Registration for courses
Once your registration with Leiden University is complete and you have received your Student Identity Number, log in name and password, you will be able to enroll online for all courses through uSis.
Where can I buy my study books and study material?
To find out what books you will need for next year, you can visit the e-Prospectus. Here you will find the course descriptions of the courses you will be taking, with the required literature.
Where do I go for any further information I may need?
General information on the programme is available at the Middle Eastern Studies (MA) website. You will have to log in the first time you visit this page. Once you have done this your cookies will enable you to enter this page further without problems.
For questions related to more general issues of registration, housing and other practicalities around your coming to Leiden and Leiden University, please, refer to the university's FAQ base.
For any other questions you may contact the Coordinator of studies, Eli van Duijnen.
Career Preparation in the Master Middle Eastern Studies
How can you use this knowledge and the skills that you acquire? What skills do you already have, and what further skills do you still want to learn? How do you translate the courses that you choose into something that you’d like to do after graduation?
These questions and more will be discussed at various times during your study programme. You may already have spoken about them with your study coordinator, the Humanities Career Service or other students, or made use of the Leiden University Career Zone. Many different activities are organised to help you reflect on your own wishes and options, and give you the chance to explore the job market. All these activities are focused on the questions: ‘What can I do?’, ‘What do I want?’ and ‘How do I achieve my goals?’.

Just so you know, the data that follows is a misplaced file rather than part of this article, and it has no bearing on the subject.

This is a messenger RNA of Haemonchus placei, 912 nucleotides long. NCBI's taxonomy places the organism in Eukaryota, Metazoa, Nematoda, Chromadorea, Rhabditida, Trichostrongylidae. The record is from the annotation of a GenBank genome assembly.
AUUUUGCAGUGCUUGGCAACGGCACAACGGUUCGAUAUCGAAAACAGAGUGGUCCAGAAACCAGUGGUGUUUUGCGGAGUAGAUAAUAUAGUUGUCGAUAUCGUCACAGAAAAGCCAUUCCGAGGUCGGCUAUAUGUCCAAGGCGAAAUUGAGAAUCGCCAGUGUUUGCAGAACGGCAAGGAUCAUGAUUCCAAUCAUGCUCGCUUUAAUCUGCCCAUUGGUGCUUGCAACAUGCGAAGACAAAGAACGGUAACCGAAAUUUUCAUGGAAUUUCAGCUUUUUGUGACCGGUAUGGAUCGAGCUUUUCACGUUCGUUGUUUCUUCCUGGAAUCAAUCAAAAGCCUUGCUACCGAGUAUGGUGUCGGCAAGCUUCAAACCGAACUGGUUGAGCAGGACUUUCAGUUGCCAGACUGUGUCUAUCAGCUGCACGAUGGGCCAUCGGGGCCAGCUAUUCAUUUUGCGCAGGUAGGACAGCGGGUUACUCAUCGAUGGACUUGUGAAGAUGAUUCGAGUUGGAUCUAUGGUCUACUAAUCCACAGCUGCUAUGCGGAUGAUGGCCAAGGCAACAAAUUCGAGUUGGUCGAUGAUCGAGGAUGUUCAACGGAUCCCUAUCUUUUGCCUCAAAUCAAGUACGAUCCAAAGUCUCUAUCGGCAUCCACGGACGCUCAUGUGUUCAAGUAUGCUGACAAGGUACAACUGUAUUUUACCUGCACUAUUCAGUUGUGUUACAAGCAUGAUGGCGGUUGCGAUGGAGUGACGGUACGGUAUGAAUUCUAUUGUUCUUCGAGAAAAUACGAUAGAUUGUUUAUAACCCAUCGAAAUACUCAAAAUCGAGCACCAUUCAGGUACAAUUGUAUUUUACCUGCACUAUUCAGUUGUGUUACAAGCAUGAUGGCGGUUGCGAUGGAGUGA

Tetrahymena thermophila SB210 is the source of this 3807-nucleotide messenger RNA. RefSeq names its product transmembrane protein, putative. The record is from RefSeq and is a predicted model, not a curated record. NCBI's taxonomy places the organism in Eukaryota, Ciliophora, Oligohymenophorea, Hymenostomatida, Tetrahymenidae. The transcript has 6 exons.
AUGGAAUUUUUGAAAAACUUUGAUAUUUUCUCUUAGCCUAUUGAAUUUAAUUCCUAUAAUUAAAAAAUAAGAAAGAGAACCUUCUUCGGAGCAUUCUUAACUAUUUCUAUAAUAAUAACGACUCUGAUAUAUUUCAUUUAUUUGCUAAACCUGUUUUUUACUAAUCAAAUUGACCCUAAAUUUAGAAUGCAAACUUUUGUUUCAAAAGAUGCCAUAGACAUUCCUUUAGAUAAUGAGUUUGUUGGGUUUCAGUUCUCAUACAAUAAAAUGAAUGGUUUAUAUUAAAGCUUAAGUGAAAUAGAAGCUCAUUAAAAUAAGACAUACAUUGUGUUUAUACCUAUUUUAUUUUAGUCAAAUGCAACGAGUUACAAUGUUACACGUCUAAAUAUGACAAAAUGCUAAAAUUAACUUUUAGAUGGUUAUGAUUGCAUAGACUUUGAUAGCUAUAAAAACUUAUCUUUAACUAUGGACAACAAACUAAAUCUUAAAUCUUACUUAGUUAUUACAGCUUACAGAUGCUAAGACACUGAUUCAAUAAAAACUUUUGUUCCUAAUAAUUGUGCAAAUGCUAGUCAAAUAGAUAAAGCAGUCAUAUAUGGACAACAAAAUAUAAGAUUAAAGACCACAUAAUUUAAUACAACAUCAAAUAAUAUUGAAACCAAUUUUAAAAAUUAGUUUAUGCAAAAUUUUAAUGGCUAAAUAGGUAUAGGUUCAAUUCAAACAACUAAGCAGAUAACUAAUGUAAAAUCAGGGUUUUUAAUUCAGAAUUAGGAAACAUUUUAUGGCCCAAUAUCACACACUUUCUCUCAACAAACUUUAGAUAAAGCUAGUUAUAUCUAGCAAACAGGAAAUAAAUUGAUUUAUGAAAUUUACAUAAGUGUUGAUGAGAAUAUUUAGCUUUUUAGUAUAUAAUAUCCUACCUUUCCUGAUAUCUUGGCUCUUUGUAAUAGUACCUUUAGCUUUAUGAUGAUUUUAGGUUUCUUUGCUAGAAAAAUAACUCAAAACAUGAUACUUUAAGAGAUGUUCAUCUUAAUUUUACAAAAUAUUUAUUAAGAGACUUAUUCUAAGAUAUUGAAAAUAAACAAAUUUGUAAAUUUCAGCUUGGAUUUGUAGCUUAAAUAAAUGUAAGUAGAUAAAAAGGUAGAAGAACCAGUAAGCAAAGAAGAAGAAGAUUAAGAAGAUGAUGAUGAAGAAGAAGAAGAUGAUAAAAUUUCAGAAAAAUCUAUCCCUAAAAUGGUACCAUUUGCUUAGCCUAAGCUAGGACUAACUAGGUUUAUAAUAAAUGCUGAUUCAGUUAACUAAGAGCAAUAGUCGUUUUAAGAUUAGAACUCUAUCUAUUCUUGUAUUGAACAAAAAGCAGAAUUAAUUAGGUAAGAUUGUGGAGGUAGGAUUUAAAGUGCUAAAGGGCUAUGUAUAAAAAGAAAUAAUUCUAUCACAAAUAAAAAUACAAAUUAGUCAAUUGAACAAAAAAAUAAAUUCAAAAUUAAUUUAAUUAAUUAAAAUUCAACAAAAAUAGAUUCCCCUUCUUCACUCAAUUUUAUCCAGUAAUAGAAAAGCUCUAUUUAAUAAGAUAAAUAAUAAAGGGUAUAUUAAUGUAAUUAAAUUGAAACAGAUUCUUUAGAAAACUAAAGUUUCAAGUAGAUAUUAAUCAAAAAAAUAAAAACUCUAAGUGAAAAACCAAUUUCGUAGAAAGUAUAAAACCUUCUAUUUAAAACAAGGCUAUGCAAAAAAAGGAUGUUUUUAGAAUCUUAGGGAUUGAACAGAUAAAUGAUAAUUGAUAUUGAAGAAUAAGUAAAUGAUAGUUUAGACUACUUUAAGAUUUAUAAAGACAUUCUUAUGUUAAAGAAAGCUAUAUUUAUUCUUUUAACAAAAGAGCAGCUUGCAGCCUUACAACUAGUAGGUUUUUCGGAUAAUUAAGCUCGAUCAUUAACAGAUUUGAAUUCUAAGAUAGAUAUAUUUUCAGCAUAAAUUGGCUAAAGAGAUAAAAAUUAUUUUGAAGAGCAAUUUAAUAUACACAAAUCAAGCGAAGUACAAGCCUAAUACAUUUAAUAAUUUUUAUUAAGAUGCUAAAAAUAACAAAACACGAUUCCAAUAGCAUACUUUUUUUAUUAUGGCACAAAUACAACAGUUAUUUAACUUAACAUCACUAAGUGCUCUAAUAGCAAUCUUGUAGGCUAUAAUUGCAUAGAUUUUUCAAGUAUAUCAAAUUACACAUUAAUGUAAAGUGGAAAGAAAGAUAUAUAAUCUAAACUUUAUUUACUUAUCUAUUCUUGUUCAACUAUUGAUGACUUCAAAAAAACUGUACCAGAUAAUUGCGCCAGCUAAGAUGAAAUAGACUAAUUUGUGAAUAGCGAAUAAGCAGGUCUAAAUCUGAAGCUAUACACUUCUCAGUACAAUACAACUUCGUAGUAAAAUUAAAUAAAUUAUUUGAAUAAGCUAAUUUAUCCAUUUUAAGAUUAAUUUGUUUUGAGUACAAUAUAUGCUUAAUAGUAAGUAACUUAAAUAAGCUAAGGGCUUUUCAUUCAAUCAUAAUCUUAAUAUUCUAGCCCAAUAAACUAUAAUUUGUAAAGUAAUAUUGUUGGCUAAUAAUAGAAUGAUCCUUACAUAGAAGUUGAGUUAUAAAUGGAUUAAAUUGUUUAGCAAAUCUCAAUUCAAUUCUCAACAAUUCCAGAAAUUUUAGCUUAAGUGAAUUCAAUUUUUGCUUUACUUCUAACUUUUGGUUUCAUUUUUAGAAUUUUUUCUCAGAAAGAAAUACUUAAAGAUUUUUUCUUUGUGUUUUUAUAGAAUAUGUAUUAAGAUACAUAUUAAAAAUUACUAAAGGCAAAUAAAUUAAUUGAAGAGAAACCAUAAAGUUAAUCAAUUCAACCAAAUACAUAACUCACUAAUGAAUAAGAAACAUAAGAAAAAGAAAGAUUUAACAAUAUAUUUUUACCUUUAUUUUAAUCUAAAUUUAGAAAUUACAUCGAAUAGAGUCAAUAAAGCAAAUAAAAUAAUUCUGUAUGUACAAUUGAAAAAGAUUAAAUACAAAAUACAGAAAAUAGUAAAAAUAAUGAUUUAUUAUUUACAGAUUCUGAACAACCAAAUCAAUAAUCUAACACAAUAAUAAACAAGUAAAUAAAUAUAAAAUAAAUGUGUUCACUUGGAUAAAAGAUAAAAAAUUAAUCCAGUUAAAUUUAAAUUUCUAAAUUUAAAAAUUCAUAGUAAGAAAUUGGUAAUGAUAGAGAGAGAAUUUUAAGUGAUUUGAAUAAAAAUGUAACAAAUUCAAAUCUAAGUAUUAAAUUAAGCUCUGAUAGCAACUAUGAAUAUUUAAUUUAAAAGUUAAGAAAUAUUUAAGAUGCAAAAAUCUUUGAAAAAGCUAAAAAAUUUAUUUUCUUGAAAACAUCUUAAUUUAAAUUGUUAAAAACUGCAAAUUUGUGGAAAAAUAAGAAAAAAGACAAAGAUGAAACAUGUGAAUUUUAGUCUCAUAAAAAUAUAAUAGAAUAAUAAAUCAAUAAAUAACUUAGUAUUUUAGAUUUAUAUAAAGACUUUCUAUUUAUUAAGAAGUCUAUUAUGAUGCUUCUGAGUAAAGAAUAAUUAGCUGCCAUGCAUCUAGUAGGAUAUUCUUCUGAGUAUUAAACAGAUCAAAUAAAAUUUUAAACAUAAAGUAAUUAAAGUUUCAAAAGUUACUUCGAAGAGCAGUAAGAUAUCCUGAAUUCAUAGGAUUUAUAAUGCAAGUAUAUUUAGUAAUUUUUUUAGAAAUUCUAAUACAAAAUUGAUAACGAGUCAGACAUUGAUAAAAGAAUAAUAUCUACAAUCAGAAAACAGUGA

You will be notified via the Faculty website, your study programme website and email about further activities in the area of job market preparation. The following activities will help you to thoroughly explore your options, so we advise you to take careful note of them:
Introductory interview with coordinator of studies
Introduction to the the Humanities Career Service
Activities of Study Association Sheherazade
Guest lectures of alumni
Workshop ‘How do I find a job?’
Workshop ‘CV and letter’
Future employers are interested not only in the subject-related knowledge that you acquired during your study programme, but also in the ‘transferable skills’. These include cognitive skills, such as critical thinking, reasoning and argumentation and innovation; intrapersonal skills, such as flexibility, initiative, appreciating diversity and metacognition; and interpersonal skills, such as communication, accountability and conflict resolution. In short, they are skills that all professionals need in order to perform well.
It is therefore important that during your study programme you not only acquire as much knowledge as possible about your subject, but also are aware of the skills you have gained and the further skills you still want to learn. The course descriptions in the e-Prospectus of Religious Studies include, in addition to the courses’ learning objectives, a list of the skills that they aim to develop.
The skills you may encounter in the various courses are:
If you have any questions about career choices, whether in your studies or on the job market, you are welcome to make an appointment with the career adviser of the the Humanities Career Service.